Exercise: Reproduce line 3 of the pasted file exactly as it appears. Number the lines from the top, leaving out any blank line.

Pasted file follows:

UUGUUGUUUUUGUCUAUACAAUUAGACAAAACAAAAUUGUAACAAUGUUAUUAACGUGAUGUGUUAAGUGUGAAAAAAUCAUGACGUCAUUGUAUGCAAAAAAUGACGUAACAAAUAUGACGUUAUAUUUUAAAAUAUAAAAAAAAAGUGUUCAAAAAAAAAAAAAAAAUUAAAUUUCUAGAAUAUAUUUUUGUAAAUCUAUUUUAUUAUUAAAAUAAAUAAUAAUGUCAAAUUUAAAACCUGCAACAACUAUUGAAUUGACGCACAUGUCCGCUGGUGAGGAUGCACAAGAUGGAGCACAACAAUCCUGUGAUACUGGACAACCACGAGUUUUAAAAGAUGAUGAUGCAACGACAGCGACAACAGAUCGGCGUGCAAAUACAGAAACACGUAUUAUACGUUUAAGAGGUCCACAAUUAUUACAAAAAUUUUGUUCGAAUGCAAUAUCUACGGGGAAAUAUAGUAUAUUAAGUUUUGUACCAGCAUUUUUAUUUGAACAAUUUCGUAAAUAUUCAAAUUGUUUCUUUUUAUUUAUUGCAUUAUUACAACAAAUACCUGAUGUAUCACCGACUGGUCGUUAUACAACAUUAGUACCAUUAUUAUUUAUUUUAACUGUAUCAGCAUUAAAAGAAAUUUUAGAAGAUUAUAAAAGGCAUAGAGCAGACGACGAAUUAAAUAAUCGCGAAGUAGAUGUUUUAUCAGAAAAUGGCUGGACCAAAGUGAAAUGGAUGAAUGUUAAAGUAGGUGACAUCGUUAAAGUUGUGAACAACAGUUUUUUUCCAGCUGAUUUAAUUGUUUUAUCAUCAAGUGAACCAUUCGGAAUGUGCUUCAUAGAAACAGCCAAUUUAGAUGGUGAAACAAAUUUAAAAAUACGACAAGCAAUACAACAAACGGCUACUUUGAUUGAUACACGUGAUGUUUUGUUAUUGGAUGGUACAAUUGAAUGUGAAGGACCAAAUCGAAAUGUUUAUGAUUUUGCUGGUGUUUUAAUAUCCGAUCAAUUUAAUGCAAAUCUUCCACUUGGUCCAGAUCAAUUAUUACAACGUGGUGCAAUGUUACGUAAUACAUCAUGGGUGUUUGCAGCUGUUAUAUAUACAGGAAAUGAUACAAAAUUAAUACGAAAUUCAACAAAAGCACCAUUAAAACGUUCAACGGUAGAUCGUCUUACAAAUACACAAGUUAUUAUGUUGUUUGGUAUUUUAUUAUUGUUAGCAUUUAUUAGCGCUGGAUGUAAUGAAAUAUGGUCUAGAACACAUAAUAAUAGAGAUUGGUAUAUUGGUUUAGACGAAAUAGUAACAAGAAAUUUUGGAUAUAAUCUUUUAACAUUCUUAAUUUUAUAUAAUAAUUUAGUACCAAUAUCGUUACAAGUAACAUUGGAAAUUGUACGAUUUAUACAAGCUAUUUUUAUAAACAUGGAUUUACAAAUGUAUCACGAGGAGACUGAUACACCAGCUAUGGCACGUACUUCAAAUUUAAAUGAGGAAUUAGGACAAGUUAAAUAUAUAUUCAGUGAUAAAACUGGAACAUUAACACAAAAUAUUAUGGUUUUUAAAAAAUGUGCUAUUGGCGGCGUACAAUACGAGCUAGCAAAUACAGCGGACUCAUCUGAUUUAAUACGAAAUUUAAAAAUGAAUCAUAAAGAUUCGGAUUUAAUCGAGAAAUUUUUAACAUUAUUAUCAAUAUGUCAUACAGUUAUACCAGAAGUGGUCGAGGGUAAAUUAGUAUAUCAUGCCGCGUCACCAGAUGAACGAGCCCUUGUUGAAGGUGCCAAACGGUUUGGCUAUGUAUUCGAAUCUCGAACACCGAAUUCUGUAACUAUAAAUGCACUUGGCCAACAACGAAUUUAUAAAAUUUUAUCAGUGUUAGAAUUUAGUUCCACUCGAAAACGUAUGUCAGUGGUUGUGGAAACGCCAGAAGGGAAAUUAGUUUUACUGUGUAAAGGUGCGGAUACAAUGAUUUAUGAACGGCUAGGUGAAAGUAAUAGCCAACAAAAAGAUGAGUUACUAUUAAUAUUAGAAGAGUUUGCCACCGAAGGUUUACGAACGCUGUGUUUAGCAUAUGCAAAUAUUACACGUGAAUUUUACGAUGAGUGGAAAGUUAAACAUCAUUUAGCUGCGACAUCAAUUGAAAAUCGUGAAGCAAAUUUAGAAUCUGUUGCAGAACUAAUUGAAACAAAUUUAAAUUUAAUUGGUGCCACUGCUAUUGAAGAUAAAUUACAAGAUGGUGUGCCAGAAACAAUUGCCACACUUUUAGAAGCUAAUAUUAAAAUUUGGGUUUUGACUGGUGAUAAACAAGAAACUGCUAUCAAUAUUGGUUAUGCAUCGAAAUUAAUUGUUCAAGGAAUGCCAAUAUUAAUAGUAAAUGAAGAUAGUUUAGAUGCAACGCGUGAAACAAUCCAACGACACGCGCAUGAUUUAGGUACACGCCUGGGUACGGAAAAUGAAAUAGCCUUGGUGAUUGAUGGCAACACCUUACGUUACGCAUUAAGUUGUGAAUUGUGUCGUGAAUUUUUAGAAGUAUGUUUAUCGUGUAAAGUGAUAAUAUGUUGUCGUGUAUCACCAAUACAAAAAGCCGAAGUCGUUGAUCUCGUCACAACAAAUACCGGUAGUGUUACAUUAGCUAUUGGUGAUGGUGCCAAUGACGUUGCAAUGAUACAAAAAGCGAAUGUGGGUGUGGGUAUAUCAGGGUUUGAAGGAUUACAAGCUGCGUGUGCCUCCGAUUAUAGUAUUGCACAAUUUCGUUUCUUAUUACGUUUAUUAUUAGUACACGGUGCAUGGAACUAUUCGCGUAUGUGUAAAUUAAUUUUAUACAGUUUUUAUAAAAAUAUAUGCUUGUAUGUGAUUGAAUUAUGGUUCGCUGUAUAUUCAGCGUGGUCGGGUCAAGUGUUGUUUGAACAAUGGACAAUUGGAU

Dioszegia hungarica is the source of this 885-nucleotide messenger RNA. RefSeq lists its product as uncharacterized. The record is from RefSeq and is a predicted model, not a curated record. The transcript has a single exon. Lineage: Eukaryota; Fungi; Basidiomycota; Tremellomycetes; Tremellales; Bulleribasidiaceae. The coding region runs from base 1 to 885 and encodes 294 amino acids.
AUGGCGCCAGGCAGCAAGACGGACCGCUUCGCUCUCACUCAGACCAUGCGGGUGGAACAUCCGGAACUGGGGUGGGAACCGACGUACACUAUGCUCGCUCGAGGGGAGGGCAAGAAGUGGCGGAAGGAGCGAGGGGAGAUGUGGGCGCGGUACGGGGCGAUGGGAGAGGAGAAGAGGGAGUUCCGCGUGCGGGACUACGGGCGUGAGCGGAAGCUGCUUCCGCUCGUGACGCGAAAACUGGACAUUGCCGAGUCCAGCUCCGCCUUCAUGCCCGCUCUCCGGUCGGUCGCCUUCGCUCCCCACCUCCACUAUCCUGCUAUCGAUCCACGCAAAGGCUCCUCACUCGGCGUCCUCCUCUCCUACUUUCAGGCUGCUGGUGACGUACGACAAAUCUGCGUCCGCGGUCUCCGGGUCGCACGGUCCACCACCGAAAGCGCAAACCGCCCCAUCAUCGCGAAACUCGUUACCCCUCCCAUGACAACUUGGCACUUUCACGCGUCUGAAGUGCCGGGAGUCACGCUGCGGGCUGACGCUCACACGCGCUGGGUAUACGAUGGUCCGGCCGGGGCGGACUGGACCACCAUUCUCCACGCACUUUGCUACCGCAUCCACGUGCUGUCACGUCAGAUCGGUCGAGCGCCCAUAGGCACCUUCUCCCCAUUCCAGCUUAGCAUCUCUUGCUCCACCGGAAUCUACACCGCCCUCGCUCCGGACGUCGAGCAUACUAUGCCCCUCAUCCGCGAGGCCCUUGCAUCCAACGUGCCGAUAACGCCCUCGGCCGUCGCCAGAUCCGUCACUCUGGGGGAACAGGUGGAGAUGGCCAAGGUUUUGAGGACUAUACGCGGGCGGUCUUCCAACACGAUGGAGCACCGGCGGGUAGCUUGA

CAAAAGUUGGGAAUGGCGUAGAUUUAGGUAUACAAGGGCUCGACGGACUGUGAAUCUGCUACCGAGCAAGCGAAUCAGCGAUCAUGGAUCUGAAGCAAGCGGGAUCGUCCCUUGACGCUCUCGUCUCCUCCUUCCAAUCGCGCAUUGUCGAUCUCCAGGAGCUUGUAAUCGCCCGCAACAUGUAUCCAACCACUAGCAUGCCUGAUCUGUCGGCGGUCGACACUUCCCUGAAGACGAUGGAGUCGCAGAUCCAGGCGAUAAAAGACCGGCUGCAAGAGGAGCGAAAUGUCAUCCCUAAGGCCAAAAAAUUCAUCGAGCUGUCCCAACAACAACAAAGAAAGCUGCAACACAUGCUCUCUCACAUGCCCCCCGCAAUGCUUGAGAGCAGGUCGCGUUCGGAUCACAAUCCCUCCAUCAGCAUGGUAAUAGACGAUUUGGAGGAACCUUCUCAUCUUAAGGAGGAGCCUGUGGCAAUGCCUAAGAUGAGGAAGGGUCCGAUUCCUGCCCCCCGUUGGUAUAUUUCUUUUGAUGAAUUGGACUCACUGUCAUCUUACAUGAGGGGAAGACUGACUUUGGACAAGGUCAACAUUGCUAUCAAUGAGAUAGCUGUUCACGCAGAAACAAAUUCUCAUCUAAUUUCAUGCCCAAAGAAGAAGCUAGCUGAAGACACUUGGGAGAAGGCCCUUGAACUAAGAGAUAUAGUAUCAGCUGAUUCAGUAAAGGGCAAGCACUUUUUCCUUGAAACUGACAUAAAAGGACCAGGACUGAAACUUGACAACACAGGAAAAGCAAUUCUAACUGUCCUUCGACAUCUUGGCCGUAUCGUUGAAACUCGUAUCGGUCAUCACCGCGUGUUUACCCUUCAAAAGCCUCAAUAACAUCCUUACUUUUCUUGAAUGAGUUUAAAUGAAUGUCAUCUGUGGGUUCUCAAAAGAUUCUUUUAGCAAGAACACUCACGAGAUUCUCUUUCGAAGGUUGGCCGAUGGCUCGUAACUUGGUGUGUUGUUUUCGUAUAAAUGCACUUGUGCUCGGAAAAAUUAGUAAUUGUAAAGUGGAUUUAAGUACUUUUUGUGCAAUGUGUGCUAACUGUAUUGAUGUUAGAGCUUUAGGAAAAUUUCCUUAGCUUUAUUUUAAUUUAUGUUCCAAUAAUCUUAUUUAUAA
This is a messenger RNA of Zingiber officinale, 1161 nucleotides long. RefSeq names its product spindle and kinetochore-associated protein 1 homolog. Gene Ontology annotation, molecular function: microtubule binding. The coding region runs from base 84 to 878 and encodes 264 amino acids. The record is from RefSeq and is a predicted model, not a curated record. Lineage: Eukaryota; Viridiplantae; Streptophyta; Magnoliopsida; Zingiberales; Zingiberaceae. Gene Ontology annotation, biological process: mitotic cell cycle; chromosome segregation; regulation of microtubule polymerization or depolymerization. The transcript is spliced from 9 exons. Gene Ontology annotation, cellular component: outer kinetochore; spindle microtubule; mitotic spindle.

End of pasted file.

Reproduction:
AUGGCGCCAGGCAGCAAGACGGACCGCUUCGCUCUCACUCAGACCAUGCGGGUGGAACAUCCGGAACUGGGGUGGGAACCGACGUACACUAUGCUCGCUCGAGGGGAGGGCAAGAAGUGGCGGAAGGAGCGAGGGGAGAUGUGGGCGCGGUACGGGGCGAUGGGAGAGGAGAAGAGGGAGUUCCGCGUGCGGGACUACGGGCGUGAGCGGAAGCUGCUUCCGCUCGUGACGCGAAAACUGGACAUUGCCGAGUCCAGCUCCGCCUUCAUGCCCGCUCUCCGGUCGGUCGCCUUCGCUCCCCACCUCCACUAUCCUGCUAUCGAUCCACGCAAAGGCUCCUCACUCGGCGUCCUCCUCUCCUACUUUCAGGCUGCUGGUGACGUACGACAAAUCUGCGUCCGCGGUCUCCGGGUCGCACGGUCCACCACCGAAAGCGCAAACCGCCCCAUCAUCGCGAAACUCGUUACCCCUCCCAUGACAACUUGGCACUUUCACGCGUCUGAAGUGCCGGGAGUCACGCUGCGGGCUGACGCUCACACGCGCUGGGUAUACGAUGGUCCGGCCGGGGCGGACUGGACCACCAUUCUCCACGCACUUUGCUACCGCAUCCACGUGCUGUCACGUCAGAUCGGUCGAGCGCCCAUAGGCACCUUCUCCCCAUUCCAGCUUAGCAUCUCUUGCUCCACCGGAAUCUACACCGCCCUCGCUCCGGACGUCGAGCAUACUAUGCCCCUCAUCCGCGAGGCCCUUGCAUCCAACGUGCCGAUAACGCCCUCGGCCGUCGCCAGAUCCGUCACUCUGGGGGAACAGGUGGAGAUGGCCAAGGUUUUGAGGACUAUACGCGGGCGGUCUUCCAACACGAUGGAGCACCGGCGGGUAGCUUGA